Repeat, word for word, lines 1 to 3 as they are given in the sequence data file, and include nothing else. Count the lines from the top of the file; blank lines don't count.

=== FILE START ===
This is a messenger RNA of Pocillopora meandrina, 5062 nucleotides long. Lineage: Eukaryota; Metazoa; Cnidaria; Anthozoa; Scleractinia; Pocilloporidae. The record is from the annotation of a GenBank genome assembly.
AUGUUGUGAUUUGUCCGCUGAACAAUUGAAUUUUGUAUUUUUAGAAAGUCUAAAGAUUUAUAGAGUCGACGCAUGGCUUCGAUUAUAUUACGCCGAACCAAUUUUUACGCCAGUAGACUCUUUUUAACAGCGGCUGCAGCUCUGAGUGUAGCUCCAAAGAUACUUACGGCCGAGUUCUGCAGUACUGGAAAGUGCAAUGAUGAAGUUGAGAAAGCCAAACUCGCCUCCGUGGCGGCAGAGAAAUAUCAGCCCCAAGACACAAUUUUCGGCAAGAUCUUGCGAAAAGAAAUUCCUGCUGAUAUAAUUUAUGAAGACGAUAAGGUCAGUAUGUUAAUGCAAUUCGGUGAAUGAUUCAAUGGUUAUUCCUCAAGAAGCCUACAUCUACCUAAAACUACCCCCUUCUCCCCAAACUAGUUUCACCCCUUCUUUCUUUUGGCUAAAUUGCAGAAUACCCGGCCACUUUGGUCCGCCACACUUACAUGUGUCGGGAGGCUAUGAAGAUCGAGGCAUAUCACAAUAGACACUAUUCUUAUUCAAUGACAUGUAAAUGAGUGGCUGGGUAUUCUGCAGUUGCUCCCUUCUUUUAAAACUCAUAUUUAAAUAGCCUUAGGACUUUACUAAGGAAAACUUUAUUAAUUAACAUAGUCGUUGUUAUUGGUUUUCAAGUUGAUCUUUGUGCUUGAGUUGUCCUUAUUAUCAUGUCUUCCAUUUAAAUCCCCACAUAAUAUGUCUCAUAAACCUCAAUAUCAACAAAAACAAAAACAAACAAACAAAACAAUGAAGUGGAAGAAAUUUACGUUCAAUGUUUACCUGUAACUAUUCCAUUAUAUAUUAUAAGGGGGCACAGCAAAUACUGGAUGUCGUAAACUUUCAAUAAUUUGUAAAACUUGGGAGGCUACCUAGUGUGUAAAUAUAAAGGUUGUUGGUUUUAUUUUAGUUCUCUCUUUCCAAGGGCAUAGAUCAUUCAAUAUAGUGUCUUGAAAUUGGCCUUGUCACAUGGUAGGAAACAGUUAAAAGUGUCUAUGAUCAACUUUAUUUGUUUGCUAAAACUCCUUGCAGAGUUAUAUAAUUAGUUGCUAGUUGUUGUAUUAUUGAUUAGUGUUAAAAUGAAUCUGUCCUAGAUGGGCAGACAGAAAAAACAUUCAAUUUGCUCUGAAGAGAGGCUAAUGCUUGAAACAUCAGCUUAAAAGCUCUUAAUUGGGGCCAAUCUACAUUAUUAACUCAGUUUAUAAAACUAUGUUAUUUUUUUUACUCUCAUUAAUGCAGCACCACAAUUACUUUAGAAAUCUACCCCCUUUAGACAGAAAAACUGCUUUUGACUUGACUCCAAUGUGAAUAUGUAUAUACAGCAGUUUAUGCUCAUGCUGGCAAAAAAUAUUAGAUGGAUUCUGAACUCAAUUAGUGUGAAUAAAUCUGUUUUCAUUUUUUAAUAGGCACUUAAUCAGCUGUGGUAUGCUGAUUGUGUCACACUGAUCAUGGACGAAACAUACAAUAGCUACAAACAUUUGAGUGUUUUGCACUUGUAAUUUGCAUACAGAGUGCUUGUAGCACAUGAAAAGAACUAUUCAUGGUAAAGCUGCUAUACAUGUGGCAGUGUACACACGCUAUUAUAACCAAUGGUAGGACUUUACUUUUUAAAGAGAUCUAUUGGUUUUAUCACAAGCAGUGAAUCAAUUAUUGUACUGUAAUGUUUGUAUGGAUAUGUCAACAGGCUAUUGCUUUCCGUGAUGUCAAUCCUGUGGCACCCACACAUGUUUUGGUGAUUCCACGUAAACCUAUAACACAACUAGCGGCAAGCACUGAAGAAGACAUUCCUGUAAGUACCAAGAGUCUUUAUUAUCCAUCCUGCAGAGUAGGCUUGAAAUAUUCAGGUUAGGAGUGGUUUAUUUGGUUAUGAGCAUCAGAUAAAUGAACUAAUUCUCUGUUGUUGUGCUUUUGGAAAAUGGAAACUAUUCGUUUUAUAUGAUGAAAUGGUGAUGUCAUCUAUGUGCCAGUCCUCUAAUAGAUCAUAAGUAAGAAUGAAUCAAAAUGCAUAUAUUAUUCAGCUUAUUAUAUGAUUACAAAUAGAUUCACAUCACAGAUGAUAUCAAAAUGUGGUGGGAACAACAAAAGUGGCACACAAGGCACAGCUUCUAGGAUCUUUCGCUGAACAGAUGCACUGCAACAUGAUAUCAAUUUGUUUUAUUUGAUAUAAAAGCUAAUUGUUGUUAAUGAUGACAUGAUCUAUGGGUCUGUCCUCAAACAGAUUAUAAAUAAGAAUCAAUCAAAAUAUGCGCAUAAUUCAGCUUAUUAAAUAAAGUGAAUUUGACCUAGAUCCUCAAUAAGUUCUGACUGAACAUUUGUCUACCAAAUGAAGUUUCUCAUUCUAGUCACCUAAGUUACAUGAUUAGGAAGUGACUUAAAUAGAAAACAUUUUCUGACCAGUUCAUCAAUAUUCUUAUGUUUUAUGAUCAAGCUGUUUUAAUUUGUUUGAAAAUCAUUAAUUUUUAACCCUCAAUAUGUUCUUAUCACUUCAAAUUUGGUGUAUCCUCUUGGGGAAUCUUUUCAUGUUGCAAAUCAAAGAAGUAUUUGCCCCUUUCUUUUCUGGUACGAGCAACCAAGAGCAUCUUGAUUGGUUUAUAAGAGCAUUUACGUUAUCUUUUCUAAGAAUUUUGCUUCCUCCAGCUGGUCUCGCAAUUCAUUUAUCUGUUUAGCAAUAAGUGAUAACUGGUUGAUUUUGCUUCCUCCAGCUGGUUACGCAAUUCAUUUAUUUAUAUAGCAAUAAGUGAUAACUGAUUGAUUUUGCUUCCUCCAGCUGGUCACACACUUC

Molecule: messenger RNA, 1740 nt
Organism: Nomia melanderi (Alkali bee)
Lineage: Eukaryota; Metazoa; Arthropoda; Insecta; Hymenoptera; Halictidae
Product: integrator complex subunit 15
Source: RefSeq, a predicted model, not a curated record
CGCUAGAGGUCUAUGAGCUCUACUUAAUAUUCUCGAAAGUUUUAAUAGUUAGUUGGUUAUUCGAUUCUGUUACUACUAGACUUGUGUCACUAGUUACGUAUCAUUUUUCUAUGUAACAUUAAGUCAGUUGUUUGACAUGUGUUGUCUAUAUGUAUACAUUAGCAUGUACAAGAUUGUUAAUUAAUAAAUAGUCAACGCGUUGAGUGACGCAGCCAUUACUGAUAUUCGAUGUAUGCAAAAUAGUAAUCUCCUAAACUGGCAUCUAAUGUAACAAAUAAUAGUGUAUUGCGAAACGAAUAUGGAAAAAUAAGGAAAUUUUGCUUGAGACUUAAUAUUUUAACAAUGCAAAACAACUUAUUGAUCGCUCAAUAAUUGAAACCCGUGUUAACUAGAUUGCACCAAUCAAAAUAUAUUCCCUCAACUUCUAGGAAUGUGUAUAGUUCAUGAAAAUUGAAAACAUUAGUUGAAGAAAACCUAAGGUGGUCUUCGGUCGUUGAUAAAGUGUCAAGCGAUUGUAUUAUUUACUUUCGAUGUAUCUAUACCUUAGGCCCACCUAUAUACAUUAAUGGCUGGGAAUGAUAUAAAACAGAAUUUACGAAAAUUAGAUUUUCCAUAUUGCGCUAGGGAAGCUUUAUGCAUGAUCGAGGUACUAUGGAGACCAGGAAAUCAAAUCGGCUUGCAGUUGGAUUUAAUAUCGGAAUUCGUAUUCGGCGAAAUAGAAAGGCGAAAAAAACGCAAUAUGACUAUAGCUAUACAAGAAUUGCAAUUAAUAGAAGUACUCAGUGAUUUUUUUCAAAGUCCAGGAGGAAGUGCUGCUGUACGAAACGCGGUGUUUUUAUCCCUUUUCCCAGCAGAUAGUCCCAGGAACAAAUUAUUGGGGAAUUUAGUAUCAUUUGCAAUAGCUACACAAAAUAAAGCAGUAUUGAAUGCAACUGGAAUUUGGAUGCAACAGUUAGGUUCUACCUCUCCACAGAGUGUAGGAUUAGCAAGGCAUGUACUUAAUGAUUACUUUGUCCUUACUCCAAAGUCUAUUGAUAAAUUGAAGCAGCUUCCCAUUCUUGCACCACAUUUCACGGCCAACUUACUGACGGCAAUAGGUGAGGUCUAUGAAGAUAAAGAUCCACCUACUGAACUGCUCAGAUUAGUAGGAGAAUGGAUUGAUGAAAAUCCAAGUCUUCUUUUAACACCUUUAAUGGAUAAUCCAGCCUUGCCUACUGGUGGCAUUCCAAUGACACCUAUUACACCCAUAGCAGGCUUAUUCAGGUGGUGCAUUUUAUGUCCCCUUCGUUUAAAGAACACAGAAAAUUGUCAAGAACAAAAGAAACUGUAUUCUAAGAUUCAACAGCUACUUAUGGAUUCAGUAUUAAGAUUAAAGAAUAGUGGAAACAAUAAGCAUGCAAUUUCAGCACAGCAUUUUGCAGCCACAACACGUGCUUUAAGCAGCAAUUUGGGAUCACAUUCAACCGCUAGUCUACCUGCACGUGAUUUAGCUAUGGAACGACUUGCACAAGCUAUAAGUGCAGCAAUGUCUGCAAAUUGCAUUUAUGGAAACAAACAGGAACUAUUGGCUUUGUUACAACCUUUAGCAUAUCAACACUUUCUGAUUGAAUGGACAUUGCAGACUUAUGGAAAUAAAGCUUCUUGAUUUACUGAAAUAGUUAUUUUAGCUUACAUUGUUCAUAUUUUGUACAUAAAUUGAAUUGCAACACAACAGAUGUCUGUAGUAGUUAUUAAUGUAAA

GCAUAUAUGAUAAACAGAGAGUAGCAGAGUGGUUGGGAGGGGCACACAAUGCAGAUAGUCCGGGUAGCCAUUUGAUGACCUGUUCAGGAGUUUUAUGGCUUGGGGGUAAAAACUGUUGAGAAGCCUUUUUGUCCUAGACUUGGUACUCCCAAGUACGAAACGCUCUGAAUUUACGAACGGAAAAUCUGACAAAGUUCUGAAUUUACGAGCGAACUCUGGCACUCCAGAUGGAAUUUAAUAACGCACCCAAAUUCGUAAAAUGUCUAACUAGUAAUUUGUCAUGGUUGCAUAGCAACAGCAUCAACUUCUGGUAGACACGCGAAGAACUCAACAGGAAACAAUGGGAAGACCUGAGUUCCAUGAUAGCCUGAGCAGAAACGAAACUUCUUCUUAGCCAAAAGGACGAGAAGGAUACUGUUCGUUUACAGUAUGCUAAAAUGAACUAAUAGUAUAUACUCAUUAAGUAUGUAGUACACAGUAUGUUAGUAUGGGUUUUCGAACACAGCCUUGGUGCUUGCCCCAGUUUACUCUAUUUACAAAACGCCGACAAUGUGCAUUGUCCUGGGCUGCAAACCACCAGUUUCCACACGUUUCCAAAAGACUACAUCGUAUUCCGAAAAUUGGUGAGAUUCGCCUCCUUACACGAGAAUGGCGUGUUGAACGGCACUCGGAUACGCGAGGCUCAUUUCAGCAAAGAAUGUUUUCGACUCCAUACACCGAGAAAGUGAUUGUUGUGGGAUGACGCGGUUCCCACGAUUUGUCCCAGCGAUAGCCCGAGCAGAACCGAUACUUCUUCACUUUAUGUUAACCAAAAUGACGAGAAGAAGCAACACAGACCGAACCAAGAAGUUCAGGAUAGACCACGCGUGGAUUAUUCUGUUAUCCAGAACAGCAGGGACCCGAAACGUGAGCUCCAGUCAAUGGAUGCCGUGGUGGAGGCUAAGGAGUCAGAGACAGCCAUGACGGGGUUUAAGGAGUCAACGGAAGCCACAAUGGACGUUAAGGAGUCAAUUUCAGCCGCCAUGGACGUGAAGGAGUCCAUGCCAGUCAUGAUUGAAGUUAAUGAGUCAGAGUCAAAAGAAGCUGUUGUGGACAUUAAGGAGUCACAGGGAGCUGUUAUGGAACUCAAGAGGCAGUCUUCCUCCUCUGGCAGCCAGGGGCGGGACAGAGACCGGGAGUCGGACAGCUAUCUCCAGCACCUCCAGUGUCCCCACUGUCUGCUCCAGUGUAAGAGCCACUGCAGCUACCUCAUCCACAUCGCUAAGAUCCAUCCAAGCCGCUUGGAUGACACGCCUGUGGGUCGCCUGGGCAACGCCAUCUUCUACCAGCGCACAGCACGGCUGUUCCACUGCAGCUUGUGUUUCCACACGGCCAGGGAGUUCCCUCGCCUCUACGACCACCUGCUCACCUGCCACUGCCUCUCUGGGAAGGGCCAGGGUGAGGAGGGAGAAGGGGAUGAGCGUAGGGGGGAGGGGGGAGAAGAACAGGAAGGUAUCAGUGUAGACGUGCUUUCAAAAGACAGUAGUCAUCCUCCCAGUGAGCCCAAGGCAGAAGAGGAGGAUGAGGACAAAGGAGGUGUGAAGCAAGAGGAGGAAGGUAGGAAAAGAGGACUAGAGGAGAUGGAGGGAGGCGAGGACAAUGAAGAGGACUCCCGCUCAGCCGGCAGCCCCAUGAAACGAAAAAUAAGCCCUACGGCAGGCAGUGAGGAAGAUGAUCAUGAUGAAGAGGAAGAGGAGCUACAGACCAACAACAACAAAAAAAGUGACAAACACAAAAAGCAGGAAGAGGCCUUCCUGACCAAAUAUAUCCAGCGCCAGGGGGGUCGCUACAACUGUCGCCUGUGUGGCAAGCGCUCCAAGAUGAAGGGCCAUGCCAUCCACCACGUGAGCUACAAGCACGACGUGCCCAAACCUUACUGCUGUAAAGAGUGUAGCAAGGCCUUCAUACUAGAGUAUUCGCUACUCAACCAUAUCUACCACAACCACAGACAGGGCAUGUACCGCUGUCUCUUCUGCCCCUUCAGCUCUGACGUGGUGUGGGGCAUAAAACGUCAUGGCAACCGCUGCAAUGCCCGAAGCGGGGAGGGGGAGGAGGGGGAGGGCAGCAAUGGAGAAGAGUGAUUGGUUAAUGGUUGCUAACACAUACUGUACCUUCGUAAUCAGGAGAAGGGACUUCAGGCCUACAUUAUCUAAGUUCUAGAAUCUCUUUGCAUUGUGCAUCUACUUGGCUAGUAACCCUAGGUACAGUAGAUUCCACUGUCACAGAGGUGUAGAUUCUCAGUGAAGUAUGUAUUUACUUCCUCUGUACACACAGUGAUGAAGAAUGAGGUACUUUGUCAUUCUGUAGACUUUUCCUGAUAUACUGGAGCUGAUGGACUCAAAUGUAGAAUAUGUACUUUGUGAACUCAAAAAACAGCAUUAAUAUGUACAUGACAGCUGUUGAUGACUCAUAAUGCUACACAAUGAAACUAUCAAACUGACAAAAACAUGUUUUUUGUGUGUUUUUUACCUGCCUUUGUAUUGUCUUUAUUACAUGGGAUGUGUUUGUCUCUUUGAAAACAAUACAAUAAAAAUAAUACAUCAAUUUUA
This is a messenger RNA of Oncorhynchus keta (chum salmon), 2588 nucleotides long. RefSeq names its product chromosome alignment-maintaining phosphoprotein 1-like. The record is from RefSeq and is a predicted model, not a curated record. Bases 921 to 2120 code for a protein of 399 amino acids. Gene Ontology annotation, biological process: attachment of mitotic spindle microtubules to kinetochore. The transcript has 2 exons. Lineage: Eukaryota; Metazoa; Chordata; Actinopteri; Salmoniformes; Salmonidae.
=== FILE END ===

This is a messenger RNA of Pocillopora meandrina, 5062 nucleotides long. Lineage: Eukaryota; Metazoa; Cnidaria; Anthozoa; Scleractinia; Pocilloporidae. The record is from the annotation of a GenBank genome assembly.
AUGUUGUGAUUUGUCCGCUGAACAAUUGAAUUUUGUAUUUUUAGAAAGUCUAAAGAUUUAUAGAGUCGACGCAUGGCUUCGAUUAUAUUACGCCGAACCAAUUUUUACGCCAGUAGACUCUUUUUAACAGCGGCUGCAGCUCUGAGUGUAGCUCCAAAGAUACUUACGGCCGAGUUCUGCAGUACUGGAAAGUGCAAUGAUGAAGUUGAGAAAGCCAAACUCGCCUCCGUGGCGGCAGAGAAAUAUCAGCCCCAAGACACAAUUUUCGGCAAGAUCUUGCGAAAAGAAAUUCCUGCUGAUAUAAUUUAUGAAGACGAUAAGGUCAGUAUGUUAAUGCAAUUCGGUGAAUGAUUCAAUGGUUAUUCCUCAAGAAGCCUACAUCUACCUAAAACUACCCCCUUCUCCCCAAACUAGUUUCACCCCUUCUUUCUUUUGGCUAAAUUGCAGAAUACCCGGCCACUUUGGUCCGCCACACUUACAUGUGUCGGGAGGCUAUGAAGAUCGAGGCAUAUCACAAUAGACACUAUUCUUAUUCAAUGACAUGUAAAUGAGUGGCUGGGUAUUCUGCAGUUGCUCCCUUCUUUUAAAACUCAUAUUUAAAUAGCCUUAGGACUUUACUAAGGAAAACUUUAUUAAUUAACAUAGUCGUUGUUAUUGGUUUUCAAGUUGAUCUUUGUGCUUGAGUUGUCCUUAUUAUCAUGUCUUCCAUUUAAAUCCCCACAUAAUAUGUCUCAUAAACCUCAAUAUCAACAAAAACAAAAACAAACAAACAAAACAAUGAAGUGGAAGAAAUUUACGUUCAAUGUUUACCUGUAACUAUUCCAUUAUAUAUUAUAAGGGGGCACAGCAAAUACUGGAUGUCGUAAACUUUCAAUAAUUUGUAAAACUUGGGAGGCUACCUAGUGUGUAAAUAUAAAGGUUGUUGGUUUUAUUUUAGUUCUCUCUUUCCAAGGGCAUAGAUCAUUCAAUAUAGUGUCUUGAAAUUGGCCUUGUCACAUGGUAGGAAACAGUUAAAAGUGUCUAUGAUCAACUUUAUUUGUUUGCUAAAACUCCUUGCAGAGUUAUAUAAUUAGUUGCUAGUUGUUGUAUUAUUGAUUAGUGUUAAAAUGAAUCUGUCCUAGAUGGGCAGACAGAAAAAACAUUCAAUUUGCUCUGAAGAGAGGCUAAUGCUUGAAACAUCAGCUUAAAAGCUCUUAAUUGGGGCCAAUCUACAUUAUUAACUCAGUUUAUAAAACUAUGUUAUUUUUUUUACUCUCAUUAAUGCAGCACCACAAUUACUUUAGAAAUCUACCCCCUUUAGACAGAAAAACUGCUUUUGACUUGACUCCAAUGUGAAUAUGUAUAUACAGCAGUUUAUGCUCAUGCUGGCAAAAAAUAUUAGAUGGAUUCUGAACUCAAUUAGUGUGAAUAAAUCUGUUUUCAUUUUUUAAUAGGCACUUAAUCAGCUGUGGUAUGCUGAUUGUGUCACACUGAUCAUGGACGAAACAUACAAUAGCUACAAACAUUUGAGUGUUUUGCACUUGUAAUUUGCAUACAGAGUGCUUGUAGCACAUGAAAAGAACUAUUCAUGGUAAAGCUGCUAUACAUGUGGCAGUGUACACACGCUAUUAUAACCAAUGGUAGGACUUUACUUUUUAAAGAGAUCUAUUGGUUUUAUCACAAGCAGUGAAUCAAUUAUUGUACUGUAAUGUUUGUAUGGAUAUGUCAACAGGCUAUUGCUUUCCGUGAUGUCAAUCCUGUGGCACCCACACAUGUUUUGGUGAUUCCACGUAAACCUAUAACACAACUAGCGGCAAGCACUGAAGAAGACAUUCCUGUAAGUACCAAGAGUCUUUAUUAUCCAUCCUGCAGAGUAGGCUUGAAAUAUUCAGGUUAGGAGUGGUUUAUUUGGUUAUGAGCAUCAGAUAAAUGAACUAAUUCUCUGUUGUUGUGCUUUUGGAAAAUGGAAACUAUUCGUUUUAUAUGAUGAAAUGGUGAUGUCAUCUAUGUGCCAGUCCUCUAAUAGAUCAUAAGUAAGAAUGAAUCAAAAUGCAUAUAUUAUUCAGCUUAUUAUAUGAUUACAAAUAGAUUCACAUCACAGAUGAUAUCAAAAUGUGGUGGGAACAACAAAAGUGGCACACAAGGCACAGCUUCUAGGAUCUUUCGCUGAACAGAUGCACUGCAACAUGAUAUCAAUUUGUUUUAUUUGAUAUAAAAGCUAAUUGUUGUUAAUGAUGACAUGAUCUAUGGGUCUGUCCUCAAACAGAUUAUAAAUAAGAAUCAAUCAAAAUAUGCGCAUAAUUCAGCUUAUUAAAUAAAGUGAAUUUGACCUAGAUCCUCAAUAAGUUCUGACUGAACAUUUGUCUACCAAAUGAAGUUUCUCAUUCUAGUCACCUAAGUUACAUGAUUAGGAAGUGACUUAAAUAGAAAACAUUUUCUGACCAGUUCAUCAAUAUUCUUAUGUUUUAUGAUCAAGCUGUUUUAAUUUGUUUGAAAAUCAUUAAUUUUUAACCCUCAAUAUGUUCUUAUCACUUCAAAUUUGGUGUAUCCUCUUGGGGAAUCUUUUCAUGUUGCAAAUCAAAGAAGUAUUUGCCCCUUUCUUUUCUGGUACGAGCAACCAAGAGCAUCUUGAUUGGUUUAUAAGAGCAUUUACGUUAUCUUUUCUAAGAAUUUUGCUUCCUCCAGCUGGUCUCGCAAUUCAUUUAUCUGUUUAGCAAUAAGUGAUAACUGGUUGAUUUUGCUUCCUCCAGCUGGUUACGCAAUUCAUUUAUUUAUAUAGCAAUAAGUGAUAACUGAUUGAUUUUGCUUCCUCCAGCUGGUCACACACUUC

Molecule: messenger RNA, 1740 nt